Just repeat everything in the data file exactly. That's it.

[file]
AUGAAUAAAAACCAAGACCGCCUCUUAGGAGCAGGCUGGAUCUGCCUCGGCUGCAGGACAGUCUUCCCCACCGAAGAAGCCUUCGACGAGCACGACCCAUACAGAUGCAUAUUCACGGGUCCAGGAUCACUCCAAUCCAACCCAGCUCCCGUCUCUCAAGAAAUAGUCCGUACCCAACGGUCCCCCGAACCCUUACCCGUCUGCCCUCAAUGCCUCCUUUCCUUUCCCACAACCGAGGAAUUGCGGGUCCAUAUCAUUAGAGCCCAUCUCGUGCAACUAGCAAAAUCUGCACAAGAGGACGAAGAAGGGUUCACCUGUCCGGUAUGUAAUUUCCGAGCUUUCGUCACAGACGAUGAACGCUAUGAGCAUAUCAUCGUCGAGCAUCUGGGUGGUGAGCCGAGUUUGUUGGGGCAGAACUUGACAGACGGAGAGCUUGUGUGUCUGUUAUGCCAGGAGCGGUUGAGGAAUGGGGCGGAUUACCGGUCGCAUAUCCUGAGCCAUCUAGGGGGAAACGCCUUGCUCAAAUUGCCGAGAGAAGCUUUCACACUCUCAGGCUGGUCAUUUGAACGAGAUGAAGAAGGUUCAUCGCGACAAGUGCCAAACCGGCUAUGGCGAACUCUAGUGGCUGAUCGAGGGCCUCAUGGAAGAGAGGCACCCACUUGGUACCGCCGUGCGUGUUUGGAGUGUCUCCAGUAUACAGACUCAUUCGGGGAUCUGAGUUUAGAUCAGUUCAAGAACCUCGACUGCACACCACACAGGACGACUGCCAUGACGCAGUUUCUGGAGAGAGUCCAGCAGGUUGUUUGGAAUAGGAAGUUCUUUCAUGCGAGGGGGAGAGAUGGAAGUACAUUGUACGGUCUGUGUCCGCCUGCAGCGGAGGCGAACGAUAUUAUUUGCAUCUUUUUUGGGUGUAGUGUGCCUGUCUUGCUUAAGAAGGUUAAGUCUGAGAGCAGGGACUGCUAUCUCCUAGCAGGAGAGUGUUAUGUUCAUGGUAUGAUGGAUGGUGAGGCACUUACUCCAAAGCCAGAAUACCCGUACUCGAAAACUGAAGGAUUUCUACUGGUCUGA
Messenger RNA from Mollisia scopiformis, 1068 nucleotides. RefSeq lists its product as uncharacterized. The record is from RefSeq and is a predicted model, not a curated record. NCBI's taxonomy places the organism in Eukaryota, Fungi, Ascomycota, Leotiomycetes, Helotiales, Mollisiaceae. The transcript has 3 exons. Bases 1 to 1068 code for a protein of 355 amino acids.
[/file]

AUGAAUAAAAACCAAGACCGCCUCUUAGGAGCAGGCUGGAUCUGCCUCGGCUGCAGGACAGUCUUCCCCACCGAAGAAGCCUUCGACGAGCACGACCCAUACAGAUGCAUAUUCACGGGUCCAGGAUCACUCCAAUCCAACCCAGCUCCCGUCUCUCAAGAAAUAGUCCGUACCCAACGGUCCCCCGAACCCUUACCCGUCUGCCCUCAAUGCCUCCUUUCCUUUCCCACAACCGAGGAAUUGCGGGUCCAUAUCAUUAGAGCCCAUCUCGUGCAACUAGCAAAAUCUGCACAAGAGGACGAAGAAGGGUUCACCUGUCCGGUAUGUAAUUUCCGAGCUUUCGUCACAGACGAUGAACGCUAUGAGCAUAUCAUCGUCGAGCAUCUGGGUGGUGAGCCGAGUUUGUUGGGGCAGAACUUGACAGACGGAGAGCUUGUGUGUCUGUUAUGCCAGGAGCGGUUGAGGAAUGGGGCGGAUUACCGGUCGCAUAUCCUGAGCCAUCUAGGGGGAAACGCCUUGCUCAAAUUGCCGAGAGAAGCUUUCACACUCUCAGGCUGGUCAUUUGAACGAGAUGAAGAAGGUUCAUCGCGACAAGUGCCAAACCGGCUAUGGCGAACUCUAGUGGCUGAUCGAGGGCCUCAUGGAAGAGAGGCACCCACUUGGUACCGCCGUGCGUGUUUGGAGUGUCUCCAGUAUACAGACUCAUUCGGGGAUCUGAGUUUAGAUCAGUUCAAGAACCUCGACUGCACACCACACAGGACGACUGCCAUGACGCAGUUUCUGGAGAGAGUCCAGCAGGUUGUUUGGAAUAGGAAGUUCUUUCAUGCGAGGGGGAGAGAUGGAAGUACAUUGUACGGUCUGUGUCCGCCUGCAGCGGAGGCGAACGAUAUUAUUUGCAUCUUUUUUGGGUGUAGUGUGCCUGUCUUGCUUAAGAAGGUUAAGUCUGAGAGCAGGGACUGCUAUCUCCUAGCAGGAGAGUGUUAUGUUCAUGGUAUGAUGGAUGGUGAGGCACUUACUCCAAAGCCAGAAUACCCGUACUCGAAAACUGAAGGAUUUCUACUGGUCUGA
Messenger RNA from Mollisia scopiformis, 1068 nucleotides. RefSeq lists its product as uncharacterized. The record is from RefSeq and is a predicted model, not a curated record. NCBI's taxonomy places the organism in Eukaryota, Fungi, Ascomycota, Leotiomycetes, Helotiales, Mollisiaceae. The transcript has 3 exons. Bases 1 to 1068 code for a protein of 355 amino acids.